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The pope, formerly Cardinal Jorge Bergoglio, supported civil unions for gay couples in 2010.
As the Catholic Church in Argentina battled to stop the legalization of gay marriage in 2010, the then-Cardinal Jorge Bergoglio urged the church to support civil unions for gay couples
The New York Times reported the cardinal, who led the public fight against the measure, spoke out in a heated meeting of bishops in 2010 and supported a move to allow civil unions for gay couples.
The idea by then now Pope Francis was rebuked by the bishops, Pope Francis’ authorized biographer, Sergio Rubin, told the Associated Press.
After the cardinal's proposal was shot down at the bishops’ conference he publicly declared his opposition and the church lost the issue altogether, the Washington Post reported.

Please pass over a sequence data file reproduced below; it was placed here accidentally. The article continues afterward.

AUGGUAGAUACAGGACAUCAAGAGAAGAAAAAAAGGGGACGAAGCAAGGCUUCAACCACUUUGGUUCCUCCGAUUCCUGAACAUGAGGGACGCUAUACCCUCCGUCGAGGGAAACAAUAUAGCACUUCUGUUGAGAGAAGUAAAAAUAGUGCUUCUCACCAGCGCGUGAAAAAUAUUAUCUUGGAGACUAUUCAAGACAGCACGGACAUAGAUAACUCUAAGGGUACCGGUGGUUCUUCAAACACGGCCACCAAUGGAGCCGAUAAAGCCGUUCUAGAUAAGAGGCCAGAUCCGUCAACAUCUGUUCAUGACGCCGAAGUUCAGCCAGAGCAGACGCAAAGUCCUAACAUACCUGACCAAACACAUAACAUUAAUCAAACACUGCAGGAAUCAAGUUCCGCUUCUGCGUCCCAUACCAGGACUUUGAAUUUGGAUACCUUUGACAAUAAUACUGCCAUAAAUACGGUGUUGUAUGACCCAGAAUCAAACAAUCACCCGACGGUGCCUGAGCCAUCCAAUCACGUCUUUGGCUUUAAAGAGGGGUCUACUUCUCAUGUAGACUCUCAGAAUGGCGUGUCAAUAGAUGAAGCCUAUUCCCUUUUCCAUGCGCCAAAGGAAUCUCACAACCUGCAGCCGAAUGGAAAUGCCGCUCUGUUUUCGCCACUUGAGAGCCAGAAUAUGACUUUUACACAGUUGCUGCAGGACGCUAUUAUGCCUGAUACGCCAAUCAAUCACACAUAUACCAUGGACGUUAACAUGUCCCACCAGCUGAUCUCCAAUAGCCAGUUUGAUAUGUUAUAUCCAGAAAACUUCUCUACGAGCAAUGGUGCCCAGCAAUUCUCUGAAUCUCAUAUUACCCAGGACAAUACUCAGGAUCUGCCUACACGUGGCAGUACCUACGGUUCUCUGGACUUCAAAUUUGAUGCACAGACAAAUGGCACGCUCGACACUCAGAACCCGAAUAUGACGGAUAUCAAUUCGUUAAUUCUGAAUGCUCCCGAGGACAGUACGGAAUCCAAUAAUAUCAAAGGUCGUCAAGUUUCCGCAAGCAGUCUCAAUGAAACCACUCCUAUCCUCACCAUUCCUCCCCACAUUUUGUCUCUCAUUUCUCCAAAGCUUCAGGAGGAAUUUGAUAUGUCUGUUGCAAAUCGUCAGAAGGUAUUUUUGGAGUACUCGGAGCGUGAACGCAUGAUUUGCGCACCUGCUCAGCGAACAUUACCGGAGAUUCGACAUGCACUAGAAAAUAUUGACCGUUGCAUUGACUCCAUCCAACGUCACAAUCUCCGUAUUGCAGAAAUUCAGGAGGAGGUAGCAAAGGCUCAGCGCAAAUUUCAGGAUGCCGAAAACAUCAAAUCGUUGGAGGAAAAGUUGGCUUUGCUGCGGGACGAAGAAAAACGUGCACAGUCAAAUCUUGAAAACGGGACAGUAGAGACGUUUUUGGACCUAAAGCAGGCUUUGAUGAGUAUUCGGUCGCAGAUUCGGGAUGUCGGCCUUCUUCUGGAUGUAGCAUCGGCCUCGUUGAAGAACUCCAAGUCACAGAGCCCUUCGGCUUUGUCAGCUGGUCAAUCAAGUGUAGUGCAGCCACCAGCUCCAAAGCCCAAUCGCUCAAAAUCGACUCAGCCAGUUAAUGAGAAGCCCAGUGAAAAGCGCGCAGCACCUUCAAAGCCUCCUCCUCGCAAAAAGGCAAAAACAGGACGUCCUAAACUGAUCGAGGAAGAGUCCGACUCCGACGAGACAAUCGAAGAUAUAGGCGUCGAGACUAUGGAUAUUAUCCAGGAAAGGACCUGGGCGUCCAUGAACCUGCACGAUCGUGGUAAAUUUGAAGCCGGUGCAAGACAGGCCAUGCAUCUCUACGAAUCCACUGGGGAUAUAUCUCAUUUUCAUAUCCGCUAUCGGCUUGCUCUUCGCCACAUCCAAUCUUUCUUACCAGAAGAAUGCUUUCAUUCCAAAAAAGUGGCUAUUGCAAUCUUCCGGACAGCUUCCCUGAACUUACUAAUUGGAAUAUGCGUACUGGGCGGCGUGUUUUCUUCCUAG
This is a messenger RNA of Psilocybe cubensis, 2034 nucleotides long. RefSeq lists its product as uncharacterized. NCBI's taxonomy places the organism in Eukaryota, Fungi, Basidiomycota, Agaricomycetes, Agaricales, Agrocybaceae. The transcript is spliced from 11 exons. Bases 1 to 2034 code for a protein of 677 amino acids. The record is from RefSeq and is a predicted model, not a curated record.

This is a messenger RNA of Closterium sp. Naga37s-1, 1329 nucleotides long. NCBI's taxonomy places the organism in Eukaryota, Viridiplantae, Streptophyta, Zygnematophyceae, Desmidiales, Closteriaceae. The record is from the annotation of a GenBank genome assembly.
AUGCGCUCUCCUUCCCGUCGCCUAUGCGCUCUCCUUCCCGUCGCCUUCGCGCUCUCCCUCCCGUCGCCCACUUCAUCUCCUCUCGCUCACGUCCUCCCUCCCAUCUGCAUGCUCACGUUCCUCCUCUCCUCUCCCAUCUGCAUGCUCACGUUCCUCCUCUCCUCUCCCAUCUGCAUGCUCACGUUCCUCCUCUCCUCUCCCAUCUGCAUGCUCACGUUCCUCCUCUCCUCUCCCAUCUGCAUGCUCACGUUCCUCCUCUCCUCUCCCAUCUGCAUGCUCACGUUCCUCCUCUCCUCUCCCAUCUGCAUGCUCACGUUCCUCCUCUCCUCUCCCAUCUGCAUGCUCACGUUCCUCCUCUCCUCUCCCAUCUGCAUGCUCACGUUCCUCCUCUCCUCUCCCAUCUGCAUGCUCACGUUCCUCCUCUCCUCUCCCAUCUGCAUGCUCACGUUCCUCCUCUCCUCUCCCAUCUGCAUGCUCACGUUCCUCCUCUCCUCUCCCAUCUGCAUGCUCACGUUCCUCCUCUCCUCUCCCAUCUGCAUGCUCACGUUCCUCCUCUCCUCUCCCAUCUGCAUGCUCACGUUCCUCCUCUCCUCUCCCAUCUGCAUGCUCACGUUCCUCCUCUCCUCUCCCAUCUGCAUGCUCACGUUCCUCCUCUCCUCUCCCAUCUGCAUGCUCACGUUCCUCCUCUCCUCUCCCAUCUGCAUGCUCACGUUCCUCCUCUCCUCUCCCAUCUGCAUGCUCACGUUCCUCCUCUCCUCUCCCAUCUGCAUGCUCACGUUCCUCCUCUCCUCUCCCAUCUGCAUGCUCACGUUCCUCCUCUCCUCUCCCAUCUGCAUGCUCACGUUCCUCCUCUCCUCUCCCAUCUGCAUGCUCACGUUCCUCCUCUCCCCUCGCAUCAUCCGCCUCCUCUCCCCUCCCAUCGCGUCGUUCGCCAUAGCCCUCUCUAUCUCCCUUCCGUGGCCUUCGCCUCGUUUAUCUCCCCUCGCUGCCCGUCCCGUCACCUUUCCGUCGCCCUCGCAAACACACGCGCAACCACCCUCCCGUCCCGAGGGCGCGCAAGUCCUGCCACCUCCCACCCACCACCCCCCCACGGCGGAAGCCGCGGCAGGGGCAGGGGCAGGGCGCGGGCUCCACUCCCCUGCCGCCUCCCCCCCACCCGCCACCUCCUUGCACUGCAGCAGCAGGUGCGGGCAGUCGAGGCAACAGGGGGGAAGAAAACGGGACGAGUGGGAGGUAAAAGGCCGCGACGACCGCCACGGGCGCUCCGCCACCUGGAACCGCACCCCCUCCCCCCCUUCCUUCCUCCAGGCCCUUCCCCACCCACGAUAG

However his suggestion at the bishops conference provides an insight into the leadership style he may bring to his new role as Pope.
Those views on civil unions are also in sharp contrast to his predecessor, Benedict XVI, known for an unbending adherence to doctrinal purity.
Paulon noted that despite his conservatism, “Bergoglio is known for being moderate and finding a balance between reactionary and progressive sectors."
“When he came out strongly against gay marriage, he did it under pressure from the conservatives.”